Current Album Reviews
Our take on some of the latest material from a variety of artists.
R.E.M. - Green (25th Anniversary Edition) (Rhino / Warner Bros) review R.E.M.’s major-label debut gets the royal treatment - including a killer concert recorded on the subsequent tour
This is where R.E.M. really got serious. Signing to Warner Brothers after five albums on the independent I.R.S. label, the guys had a lot to prove. This wasn’t the time for the band to tread water. Instead, everyone upped the ante and came up with Green, an album that managed to do the impossible - broaden their popularity, while keeping their loyal fan base happy as well. The album has just been reissued in a new, deluxe edition, with some fine bonus material, including a 21-track live show from the tour.
Blue Cheer - Rocks Europe (Rainman) review Heavy rock trailblazers' last stand
One of the keys to success in life is to outlive all of your detractors. Blue Cheer, once reviled by critics for their form of low brow sonic fury, are now hailed as pioneers of both modern heavy metal and punk. Rocks Europe is a document of the band’s final tour before the passing of vocalist, bassist, and longest-tenured member, Dickie Peterson.
Lisa Germano - No Elephants (Badman Records) review How about something off the beaten path?
The music business is in an unprecedented rut. We’ve been without a bona fide new trend in music for over a decade. Which is why, when something comes along like No Elephants, the new album from Lisa Germano, it’s just a breath of badly-needed fresh air.
Greg Lake - Songs of a Lifetime (Esoteric) review The voice of ELP & King Crimson revisits his past, and tells some great stories
It’s no longer an option - it’s imperative that every classic rock musician tell his story. While we wait on Greg Lake’s installment (to be titled Lucky Man - out late Summer), here comes Songs of a Lifetime, which acts as an audio accompaniment to the upcoming book.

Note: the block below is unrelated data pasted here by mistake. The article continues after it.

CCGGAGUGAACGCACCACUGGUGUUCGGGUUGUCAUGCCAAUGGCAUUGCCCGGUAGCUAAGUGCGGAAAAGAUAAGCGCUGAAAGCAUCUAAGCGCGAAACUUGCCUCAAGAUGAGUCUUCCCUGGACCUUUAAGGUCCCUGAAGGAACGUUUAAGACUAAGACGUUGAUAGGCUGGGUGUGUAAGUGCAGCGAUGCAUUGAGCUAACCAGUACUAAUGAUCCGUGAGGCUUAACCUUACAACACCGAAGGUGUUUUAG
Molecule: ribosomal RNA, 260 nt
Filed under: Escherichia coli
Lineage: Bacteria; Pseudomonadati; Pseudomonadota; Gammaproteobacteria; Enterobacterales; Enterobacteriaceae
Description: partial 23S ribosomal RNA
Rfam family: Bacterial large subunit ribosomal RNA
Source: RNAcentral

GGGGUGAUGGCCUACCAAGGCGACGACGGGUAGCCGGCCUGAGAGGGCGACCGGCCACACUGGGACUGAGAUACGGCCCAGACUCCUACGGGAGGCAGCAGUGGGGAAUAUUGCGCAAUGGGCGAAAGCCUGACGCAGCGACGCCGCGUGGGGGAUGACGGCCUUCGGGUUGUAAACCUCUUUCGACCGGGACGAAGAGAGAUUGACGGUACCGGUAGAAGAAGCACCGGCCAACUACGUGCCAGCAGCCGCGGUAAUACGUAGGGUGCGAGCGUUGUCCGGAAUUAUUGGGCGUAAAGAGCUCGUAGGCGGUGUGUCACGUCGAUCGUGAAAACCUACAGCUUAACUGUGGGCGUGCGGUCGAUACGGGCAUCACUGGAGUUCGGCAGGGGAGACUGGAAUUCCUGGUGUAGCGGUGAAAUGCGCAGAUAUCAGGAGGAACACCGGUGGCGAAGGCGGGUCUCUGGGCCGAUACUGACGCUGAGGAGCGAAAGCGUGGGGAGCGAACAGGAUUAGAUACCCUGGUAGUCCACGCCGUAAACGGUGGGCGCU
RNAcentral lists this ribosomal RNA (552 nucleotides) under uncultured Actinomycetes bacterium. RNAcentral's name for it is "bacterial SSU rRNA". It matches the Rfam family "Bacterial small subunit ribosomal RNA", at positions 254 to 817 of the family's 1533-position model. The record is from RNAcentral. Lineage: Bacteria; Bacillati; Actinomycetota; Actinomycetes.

Johnny Cash - The Complete Columbia Album Collection (Columbia / Sony Legacy) review The crown jewel of Cash collections - 63 discs - covering his most fertile years.
2012 was quite a year for Johnny Cash’s music. On what would’ve been his 80th year, his former label and estate rolled out an impressive array of compilations and archival releases, all celebrating different aspects of his long and varied career.
Moving Sidewalks - The Complete Collection (Rock Beat) review Some of the best Texas psychedelia you’ve never heard
The Moving Sidewalks have been rendered down to a rock n’ roll footnote - they were the band that spawned young guitar sensation Billy Gibbons to eventually find fame and fortune with the power trio ZZ Top. But, to view them as simply a springboard, is to miss out on some really great rock n’ roll.
Geoff Tate - Kings & Thieves (InsideOut Music) review Tate shows that he can do Queensryche all by himself
2012 was a rather tumultuous year for Geoff Tate. Earlier in the year, the rest of the members of Queensryche jumped ship to form another group, Rising West, essentially a Queensryche cover band, playing only music from the band’s first five studio albums. Undaunted, Tate has assembled a new version of Queensryche, which he plans to unveil in 2013. In the meantime comes his second solo album, Kings & Thieves - ironically, the most Queensryche-sounding album he’s done in years.
Claude Hay - I Love Hate You (128 Records) review More meat, less grease
When we reviewed Claude Hay’s 2010 album, Deep Fried Satisfied, we said:
“His music is the audio equivalent of a deep-fried Oreo…there’s absolutely nothing subtle about it, yet it’s incredibly irresistible.”
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